The too hot and too dry weather conditions are adding even more uncertainty to an already pressured corn and soybean market. Purdue Extension ag economist Chris Hurt says the uncertainty of yield losses could be especially painful for farmers who have already contracted a large percentage of their anticipated corn.
“If they (farmers) don’t raise enough bushels this is the most tragic of situations,” he says. “Not only do they have a lower number of bushels produced (and of course they have to take the low price they forward sold at on those bushels), but the difference in what they are unable to produce – they may have to even buy those positions out at considerably higher prices.”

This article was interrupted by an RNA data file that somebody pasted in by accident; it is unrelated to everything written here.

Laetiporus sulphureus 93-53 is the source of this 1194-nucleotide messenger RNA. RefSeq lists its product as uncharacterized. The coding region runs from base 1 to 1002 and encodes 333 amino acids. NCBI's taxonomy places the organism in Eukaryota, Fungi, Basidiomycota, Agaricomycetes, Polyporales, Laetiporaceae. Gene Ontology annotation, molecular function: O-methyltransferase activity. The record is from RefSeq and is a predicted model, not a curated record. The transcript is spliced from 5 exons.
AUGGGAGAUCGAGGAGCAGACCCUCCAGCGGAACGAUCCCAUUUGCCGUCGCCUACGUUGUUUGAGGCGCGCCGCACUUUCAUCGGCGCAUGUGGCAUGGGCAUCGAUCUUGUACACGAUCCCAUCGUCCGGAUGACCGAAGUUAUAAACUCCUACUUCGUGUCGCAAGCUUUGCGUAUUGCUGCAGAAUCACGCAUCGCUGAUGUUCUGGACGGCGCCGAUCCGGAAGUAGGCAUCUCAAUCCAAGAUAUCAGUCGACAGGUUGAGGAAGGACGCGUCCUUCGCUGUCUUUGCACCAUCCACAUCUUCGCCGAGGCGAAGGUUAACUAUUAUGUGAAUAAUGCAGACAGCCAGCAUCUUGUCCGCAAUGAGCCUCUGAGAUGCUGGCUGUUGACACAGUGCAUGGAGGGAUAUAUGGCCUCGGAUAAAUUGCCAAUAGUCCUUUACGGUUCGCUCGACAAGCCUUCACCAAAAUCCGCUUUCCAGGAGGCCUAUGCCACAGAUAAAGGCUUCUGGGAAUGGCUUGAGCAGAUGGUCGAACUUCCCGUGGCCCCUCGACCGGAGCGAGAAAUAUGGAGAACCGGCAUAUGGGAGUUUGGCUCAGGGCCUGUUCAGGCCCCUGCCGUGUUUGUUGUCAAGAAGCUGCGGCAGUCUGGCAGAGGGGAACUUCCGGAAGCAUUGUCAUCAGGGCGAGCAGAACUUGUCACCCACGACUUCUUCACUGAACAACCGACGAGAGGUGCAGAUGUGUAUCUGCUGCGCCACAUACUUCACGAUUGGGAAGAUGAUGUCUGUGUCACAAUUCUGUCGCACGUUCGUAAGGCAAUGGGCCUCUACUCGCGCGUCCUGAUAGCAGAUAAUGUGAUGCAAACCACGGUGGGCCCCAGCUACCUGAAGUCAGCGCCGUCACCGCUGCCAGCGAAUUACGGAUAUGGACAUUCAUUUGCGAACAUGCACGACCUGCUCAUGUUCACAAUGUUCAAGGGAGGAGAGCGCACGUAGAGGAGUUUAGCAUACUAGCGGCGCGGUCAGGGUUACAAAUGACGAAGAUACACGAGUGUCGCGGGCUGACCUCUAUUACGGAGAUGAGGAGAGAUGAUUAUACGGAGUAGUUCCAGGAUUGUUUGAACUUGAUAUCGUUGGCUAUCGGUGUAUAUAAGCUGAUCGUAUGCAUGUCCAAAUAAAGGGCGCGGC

Hurt says this can be one of the toughest scenarios for farmers because not only do they do not generate the income they projected – they also have to repay the buyer of those grain contracts.